When the U.S. government offered up to $1,500 in tax credits for higher efficiency appliances, HVAC contractors got their foot in the doors of consumers who might not normally have considered buying high-end. Since the tax credits were reduced in 2011, the same selling opportunities have dried up too — or have they?
This article is the third of three in a series about home performance contracting. In this final article of the series, we examine those criteria that require critical investigation in the selection of a home performance contracting partner.
Manufacturers appear to be very optimistic about the economic outlook for the HVACR industry. According to a recent survey of more than 1,000 AHR Expo exhibitors, nearly three-fourths (72 percent) of the total respondents expect a better year (59 percent) or a much better year (13 percent) in 2012 compared to 2011.
During good economic times, it isn’t unusual to see a lot of time and money spent on meetings, training, employee benefits, and marketing. But when business is slow and things have to be trimmed back or eliminated, it is usually these same items that disappear from the operating budget.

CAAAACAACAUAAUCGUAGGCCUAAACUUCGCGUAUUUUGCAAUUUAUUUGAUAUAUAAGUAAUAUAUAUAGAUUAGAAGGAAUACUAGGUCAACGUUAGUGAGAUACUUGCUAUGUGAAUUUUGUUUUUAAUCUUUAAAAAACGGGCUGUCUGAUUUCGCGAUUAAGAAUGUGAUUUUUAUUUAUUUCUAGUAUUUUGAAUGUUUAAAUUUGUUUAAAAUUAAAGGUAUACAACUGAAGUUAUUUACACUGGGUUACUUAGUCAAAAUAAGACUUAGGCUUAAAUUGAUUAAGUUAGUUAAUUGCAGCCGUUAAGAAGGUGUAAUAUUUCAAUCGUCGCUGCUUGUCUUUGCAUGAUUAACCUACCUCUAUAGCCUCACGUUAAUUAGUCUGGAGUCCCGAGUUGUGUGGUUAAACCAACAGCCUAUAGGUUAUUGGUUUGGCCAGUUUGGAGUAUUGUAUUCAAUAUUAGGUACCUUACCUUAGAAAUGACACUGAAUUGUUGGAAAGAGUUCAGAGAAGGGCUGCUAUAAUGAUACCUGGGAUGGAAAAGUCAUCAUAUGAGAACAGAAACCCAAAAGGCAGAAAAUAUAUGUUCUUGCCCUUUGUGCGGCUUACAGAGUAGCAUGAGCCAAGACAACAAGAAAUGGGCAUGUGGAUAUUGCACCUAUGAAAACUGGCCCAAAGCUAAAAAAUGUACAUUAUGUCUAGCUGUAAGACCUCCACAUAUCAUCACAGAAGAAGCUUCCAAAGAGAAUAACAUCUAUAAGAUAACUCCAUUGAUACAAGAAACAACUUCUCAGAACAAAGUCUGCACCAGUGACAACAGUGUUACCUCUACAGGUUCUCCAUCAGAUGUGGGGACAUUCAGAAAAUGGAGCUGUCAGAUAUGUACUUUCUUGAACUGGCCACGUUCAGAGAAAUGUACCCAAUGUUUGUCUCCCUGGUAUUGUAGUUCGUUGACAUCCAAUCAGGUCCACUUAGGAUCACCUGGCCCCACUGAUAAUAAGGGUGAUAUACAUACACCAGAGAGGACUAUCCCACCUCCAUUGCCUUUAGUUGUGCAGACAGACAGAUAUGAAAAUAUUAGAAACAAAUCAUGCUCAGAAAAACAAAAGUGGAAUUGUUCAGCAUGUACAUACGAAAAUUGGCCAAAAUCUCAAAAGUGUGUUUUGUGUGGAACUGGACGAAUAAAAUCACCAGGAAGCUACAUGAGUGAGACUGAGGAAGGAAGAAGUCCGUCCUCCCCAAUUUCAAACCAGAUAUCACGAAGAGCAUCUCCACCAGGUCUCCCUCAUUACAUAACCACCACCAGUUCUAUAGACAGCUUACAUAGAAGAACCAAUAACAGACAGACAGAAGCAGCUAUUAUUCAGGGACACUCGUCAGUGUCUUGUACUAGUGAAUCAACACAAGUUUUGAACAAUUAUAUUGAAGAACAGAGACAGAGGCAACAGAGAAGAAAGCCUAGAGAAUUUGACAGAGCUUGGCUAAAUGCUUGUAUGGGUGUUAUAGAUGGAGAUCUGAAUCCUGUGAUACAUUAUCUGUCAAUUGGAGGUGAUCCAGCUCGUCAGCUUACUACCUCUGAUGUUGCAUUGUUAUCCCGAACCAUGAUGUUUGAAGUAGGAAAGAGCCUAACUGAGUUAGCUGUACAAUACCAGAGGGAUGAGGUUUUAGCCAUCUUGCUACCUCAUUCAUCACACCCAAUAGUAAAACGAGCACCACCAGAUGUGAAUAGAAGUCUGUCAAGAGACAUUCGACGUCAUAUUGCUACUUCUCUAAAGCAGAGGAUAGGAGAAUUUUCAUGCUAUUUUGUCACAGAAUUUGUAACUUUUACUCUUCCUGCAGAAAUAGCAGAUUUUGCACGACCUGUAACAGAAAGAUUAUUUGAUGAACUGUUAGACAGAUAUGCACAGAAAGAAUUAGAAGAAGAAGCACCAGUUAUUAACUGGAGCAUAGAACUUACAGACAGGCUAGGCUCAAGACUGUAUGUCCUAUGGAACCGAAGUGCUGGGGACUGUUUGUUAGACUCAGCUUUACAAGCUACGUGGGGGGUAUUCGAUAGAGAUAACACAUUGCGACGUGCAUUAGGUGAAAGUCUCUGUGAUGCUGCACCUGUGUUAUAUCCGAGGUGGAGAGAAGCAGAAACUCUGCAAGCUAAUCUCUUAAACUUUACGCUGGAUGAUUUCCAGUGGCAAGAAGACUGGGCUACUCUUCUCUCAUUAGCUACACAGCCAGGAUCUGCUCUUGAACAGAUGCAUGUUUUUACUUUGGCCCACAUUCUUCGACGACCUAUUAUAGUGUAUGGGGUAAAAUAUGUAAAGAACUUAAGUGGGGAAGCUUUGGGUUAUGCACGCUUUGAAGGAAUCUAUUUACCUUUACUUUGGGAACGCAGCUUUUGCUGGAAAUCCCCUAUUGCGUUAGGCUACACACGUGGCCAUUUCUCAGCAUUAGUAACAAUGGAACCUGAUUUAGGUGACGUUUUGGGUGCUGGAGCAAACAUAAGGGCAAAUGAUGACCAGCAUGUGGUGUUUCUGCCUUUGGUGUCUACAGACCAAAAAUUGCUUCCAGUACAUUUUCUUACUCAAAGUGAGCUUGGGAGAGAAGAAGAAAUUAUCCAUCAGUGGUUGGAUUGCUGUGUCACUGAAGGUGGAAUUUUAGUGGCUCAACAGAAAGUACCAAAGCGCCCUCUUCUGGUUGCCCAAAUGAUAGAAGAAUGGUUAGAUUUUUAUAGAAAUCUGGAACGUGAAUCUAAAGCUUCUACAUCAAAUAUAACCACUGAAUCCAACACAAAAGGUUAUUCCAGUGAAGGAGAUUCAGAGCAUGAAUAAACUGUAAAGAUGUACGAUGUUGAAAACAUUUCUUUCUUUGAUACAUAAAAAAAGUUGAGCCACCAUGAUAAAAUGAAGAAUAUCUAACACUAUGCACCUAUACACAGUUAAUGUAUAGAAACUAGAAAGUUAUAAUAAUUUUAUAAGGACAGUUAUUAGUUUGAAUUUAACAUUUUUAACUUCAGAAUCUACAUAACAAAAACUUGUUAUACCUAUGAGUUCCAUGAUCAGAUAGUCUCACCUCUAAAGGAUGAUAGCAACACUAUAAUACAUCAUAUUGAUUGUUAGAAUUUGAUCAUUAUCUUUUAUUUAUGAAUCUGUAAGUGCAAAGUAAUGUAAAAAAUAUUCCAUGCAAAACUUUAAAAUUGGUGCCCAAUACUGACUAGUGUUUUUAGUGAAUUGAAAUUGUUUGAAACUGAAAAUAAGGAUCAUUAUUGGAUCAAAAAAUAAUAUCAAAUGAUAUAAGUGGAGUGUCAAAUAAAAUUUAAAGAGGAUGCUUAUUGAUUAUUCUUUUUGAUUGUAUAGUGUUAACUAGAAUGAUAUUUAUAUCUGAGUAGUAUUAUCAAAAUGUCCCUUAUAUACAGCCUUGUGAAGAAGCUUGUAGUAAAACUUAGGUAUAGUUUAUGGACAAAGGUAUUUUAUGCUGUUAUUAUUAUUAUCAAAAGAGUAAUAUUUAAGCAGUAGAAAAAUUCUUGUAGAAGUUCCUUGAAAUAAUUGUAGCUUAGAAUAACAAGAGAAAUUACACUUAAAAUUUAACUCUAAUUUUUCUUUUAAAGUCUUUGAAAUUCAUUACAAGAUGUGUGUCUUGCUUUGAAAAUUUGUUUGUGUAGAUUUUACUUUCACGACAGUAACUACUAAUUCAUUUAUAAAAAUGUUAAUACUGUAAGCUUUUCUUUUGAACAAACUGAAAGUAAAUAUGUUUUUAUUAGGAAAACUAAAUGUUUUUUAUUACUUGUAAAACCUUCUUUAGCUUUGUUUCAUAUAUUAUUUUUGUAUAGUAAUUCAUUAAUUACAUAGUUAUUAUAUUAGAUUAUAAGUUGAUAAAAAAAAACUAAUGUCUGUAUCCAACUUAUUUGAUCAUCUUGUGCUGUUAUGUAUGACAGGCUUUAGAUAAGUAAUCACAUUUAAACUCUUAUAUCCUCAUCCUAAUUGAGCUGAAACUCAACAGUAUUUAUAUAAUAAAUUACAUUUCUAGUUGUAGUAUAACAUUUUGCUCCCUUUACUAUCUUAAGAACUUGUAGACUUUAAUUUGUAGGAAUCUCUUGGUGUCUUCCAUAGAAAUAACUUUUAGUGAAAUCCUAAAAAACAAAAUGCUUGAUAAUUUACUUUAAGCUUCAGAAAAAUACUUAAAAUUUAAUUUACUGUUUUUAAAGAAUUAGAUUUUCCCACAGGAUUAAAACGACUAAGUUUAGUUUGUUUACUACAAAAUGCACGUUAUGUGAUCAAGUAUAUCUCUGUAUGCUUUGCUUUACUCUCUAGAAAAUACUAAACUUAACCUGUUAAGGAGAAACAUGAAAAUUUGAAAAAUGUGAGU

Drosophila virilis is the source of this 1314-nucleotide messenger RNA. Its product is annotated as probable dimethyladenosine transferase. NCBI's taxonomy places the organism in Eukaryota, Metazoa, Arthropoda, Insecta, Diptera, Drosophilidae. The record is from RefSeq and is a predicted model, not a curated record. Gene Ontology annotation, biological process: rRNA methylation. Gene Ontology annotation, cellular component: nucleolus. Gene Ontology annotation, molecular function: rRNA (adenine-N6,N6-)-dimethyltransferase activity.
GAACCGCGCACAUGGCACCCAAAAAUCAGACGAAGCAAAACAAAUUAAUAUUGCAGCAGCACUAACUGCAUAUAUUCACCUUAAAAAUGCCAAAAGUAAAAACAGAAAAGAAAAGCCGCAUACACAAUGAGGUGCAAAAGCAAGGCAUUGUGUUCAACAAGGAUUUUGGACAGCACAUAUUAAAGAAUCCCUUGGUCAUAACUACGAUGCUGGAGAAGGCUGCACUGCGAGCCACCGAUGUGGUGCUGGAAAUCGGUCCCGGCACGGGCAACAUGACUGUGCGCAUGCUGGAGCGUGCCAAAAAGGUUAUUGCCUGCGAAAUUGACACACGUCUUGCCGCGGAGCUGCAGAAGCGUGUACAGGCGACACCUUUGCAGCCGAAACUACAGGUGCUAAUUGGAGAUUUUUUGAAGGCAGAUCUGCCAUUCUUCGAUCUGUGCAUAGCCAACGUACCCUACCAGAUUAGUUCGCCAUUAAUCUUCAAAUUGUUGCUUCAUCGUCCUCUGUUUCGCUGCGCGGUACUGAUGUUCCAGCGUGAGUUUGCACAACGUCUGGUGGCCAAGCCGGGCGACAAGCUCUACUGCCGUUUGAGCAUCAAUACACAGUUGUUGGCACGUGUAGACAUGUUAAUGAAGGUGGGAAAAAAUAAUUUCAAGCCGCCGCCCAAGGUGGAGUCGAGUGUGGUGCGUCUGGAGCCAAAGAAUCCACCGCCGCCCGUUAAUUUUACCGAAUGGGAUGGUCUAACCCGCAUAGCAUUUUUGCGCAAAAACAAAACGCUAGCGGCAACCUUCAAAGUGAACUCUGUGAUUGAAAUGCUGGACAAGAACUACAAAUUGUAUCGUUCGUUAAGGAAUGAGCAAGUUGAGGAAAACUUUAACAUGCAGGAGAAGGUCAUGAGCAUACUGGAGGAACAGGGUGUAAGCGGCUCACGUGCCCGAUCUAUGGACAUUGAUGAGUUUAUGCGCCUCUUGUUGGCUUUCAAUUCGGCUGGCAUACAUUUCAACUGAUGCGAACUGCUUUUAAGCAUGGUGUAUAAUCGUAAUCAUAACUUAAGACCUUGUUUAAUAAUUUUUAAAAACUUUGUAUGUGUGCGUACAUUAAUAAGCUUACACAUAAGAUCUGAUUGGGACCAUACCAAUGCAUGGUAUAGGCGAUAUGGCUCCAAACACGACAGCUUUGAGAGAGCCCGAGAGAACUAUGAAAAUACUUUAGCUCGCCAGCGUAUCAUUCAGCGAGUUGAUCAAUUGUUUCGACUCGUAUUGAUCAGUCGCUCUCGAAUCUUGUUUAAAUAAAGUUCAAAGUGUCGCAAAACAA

MechanicalXchange is an exclusive, invitation-only executive summit co-sponsored by The NEWS. The 2011 event was attended by more than 100 hand-selected people representing 23 mechanical contracting firms and 24 vendors. The purpose of the event is to bring buyers and sellers together.
As an industry, whether an HVACR contracting firm is doing service and maintenance or installations, employees need to go to the jobsite to perform their work. Because installers and service technicians have to be on the road for their job, some going to several jobsites in a day, they need vehicles to drive.
Technicians use a variety of tools in their jobs, from the ones they hold in their hands to fabricate or install or service equipment, to the ones they use to move from one location to the next. This product roundup includes GPS, hand tools, instruments, and vehicles that technicians use to perform their jobs daily.
From giving turn-by-turn directions for a technician to drive from one jobsite to the next, to figuring out who is closest to a particular jobsite with the right equipment to make a service call, a GPS can provide contracting companies with more information that they can utilize to run their operation more efficiently.